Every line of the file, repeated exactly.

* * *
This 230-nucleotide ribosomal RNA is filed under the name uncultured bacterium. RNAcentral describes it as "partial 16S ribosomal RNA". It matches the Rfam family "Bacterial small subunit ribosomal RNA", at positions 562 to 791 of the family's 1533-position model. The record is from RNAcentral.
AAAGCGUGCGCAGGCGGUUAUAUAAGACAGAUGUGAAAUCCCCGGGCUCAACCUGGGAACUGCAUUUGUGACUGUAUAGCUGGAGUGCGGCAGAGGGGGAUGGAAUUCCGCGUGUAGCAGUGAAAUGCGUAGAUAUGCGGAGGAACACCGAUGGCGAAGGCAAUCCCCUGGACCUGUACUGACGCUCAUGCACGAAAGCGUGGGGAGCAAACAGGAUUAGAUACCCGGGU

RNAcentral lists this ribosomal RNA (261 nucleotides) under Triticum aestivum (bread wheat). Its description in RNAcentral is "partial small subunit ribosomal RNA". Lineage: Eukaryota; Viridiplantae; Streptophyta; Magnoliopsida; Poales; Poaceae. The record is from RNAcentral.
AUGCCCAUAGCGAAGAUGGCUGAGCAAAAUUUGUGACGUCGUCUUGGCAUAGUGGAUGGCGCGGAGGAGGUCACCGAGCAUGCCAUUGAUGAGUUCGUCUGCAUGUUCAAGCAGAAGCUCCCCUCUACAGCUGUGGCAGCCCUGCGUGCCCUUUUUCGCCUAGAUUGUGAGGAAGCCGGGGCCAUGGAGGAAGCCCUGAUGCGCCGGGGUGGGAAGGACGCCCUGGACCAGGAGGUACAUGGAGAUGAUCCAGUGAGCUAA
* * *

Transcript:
This 230-nucleotide ribosomal RNA is filed under the name uncultured bacterium. RNAcentral describes it as "partial 16S ribosomal RNA". It matches the Rfam family "Bacterial small subunit ribosomal RNA", at positions 562 to 791 of the family's 1533-position model. The record is from RNAcentral.
AAAGCGUGCGCAGGCGGUUAUAUAAGACAGAUGUGAAAUCCCCGGGCUCAACCUGGGAACUGCAUUUGUGACUGUAUAGCUGGAGUGCGGCAGAGGGGGAUGGAAUUCCGCGUGUAGCAGUGAAAUGCGUAGAUAUGCGGAGGAACACCGAUGGCGAAGGCAAUCCCCUGGACCUGUACUGACGCUCAUGCACGAAAGCGUGGGGAGCAAACAGGAUUAGAUACCCGGGU

RNAcentral lists this ribosomal RNA (261 nucleotides) under Triticum aestivum (bread wheat). Its description in RNAcentral is "partial small subunit ribosomal RNA". Lineage: Eukaryota; Viridiplantae; Streptophyta; Magnoliopsida; Poales; Poaceae. The record is from RNAcentral.
AUGCCCAUAGCGAAGAUGGCUGAGCAAAAUUUGUGACGUCGUCUUGGCAUAGUGGAUGGCGCGGAGGAGGUCACCGAGCAUGCCAUUGAUGAGUUCGUCUGCAUGUUCAAGCAGAAGCUCCCCUCUACAGCUGUGGCAGCCCUGCGUGCCCUUUUUCGCCUAGAUUGUGAGGAAGCCGGGGCCAUGGAGGAAGCCCUGAUGCGCCGGGGUGGGAAGGACGCCCUGGACCAGGAGGUACAUGGAGAUGAUCCAGUGAGCUAA